At the insistence of several of my peers, I've decided to do a series entitled How to Write a Picture Book (HTWAPB)!
The first thing you need to do is decide to write a picture book. Now you have to decide something very important. There are basically three very common types of picture books. First, extremely simple ones for very young readers, usually ones meant to teach something, that sometimes follow a simple plot with little to no details i.e.
(1) "A is for apple, B is for bread; C is for Cutie Cat curled up on the bed."
(2) "1 bag of flour, 2 cups of sugar, 3 eggs, 4 sticks of butter . . . count, count, count, you made a cake!
Then, there are more "advanced" books, often with "cute" or "cartoony" illustrations, that follow a basic plot with many details that kids can easily connect with i.e., It was Elmo's birthday! Everyone was very excited. Elmo wondered what present he would get. The day started out beautifully. The sunlight streamed in from the window. Oh boy! thought Elmo. Mama Monster came in with a big birthday cake. “Happy birthday, little Monster,” she said. [etc.etc.]
Finally, there are the very advanced picture books, often with much more serious artwork, that usually tell a serious, very advanced plot and use the pictures as a means to express powerful images. These advanced ones are the ones you see about historic events, heritages (like the famous African-American “flying” picture books), and things like that.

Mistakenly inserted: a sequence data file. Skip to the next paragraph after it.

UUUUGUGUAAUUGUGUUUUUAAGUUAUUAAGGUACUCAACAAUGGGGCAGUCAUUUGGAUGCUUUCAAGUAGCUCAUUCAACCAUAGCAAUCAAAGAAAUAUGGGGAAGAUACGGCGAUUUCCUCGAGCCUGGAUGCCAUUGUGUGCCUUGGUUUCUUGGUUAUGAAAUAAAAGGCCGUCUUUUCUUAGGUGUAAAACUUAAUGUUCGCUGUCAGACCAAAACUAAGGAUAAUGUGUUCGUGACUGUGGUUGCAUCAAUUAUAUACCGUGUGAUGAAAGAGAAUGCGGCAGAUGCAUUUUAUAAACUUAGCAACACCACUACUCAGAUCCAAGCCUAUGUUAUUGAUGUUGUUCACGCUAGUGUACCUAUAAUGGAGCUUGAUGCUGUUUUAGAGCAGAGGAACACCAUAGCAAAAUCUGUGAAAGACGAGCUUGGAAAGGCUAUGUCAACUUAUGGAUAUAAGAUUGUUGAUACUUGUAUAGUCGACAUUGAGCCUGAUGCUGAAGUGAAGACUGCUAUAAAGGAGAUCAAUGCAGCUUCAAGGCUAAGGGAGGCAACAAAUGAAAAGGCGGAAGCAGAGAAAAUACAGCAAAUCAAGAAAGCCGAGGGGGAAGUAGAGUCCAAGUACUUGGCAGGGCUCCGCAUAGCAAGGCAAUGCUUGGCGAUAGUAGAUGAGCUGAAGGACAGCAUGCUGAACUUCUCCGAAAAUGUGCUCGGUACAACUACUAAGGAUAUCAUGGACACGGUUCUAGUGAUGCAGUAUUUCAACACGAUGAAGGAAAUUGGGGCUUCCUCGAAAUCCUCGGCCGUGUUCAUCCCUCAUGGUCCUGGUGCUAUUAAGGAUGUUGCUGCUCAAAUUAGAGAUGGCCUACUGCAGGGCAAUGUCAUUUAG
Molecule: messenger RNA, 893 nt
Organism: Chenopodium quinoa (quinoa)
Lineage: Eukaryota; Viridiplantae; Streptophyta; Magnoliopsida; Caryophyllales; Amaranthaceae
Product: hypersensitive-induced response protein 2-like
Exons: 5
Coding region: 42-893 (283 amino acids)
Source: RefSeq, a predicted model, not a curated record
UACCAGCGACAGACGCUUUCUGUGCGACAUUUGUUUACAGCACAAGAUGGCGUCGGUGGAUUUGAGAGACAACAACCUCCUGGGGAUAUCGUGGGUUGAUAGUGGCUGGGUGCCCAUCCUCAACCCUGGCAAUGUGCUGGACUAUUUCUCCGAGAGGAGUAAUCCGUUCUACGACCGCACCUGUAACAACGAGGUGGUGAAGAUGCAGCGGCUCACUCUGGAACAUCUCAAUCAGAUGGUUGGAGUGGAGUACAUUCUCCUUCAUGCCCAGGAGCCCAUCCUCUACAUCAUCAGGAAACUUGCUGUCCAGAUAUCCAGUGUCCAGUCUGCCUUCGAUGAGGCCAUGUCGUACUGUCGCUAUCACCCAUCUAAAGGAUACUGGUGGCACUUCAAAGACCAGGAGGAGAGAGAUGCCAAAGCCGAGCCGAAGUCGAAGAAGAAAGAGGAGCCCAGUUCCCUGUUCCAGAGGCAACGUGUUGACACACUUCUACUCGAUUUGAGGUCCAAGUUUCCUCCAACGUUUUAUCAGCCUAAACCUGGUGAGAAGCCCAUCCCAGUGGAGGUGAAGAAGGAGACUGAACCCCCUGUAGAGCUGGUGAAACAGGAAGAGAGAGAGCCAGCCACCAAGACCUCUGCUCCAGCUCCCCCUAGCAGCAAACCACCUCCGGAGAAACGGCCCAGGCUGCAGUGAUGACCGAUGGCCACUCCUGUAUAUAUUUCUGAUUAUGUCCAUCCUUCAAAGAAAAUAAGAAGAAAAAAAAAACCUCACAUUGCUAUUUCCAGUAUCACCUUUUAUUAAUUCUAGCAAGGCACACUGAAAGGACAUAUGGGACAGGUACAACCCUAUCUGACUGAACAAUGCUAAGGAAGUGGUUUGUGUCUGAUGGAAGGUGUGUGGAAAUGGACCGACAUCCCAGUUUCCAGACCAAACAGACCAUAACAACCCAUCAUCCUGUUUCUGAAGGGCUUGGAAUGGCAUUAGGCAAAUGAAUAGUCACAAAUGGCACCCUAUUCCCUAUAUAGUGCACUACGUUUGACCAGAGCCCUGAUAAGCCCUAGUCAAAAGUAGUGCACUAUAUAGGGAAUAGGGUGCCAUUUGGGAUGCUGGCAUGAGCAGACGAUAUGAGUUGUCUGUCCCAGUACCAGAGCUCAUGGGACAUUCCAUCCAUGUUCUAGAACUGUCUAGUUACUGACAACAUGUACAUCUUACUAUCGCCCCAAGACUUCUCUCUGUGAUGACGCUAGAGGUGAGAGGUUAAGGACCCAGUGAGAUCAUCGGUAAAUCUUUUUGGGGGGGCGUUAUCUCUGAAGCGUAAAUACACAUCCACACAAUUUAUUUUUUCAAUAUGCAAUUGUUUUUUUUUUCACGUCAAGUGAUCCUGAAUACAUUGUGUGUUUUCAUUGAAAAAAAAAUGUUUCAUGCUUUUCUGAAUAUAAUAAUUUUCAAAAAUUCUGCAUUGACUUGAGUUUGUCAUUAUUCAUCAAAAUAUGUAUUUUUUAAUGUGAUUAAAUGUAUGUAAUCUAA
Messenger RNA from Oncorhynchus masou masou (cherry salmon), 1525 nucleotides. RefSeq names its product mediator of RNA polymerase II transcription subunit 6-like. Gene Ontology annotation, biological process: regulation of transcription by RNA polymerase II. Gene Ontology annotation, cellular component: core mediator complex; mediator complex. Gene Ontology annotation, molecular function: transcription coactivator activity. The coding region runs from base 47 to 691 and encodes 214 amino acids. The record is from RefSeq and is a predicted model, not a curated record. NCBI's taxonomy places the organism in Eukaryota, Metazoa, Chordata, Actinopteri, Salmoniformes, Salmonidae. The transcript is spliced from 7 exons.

But there’s an additional fourth category that is not so common. This fourth category consists of poetry picture books. These tend to fall somewhere between the second and third categories. Then is the fifth category of nonsense or novelty books. Nonsense books are silly (meant in a complimentary way, of course)rhyming books like those by Theodore Geisel, which usually fall between the first and second categories, and novelty books are those with “tricks,” like holographic pages, shiny stickers, coloring pages included, etc., that also typically fall between the first and second categories. From these five categories, one would first choose which one to do. Then the proper subject matter can be chosen.
First, you could pick between the first three categories, then maybe also add one of the last two. Theoretically, The Cat in the Hat is a Category 2 Nonsense Book (or Category 1, depending on how you look at it).
What category are you looking to put your book in?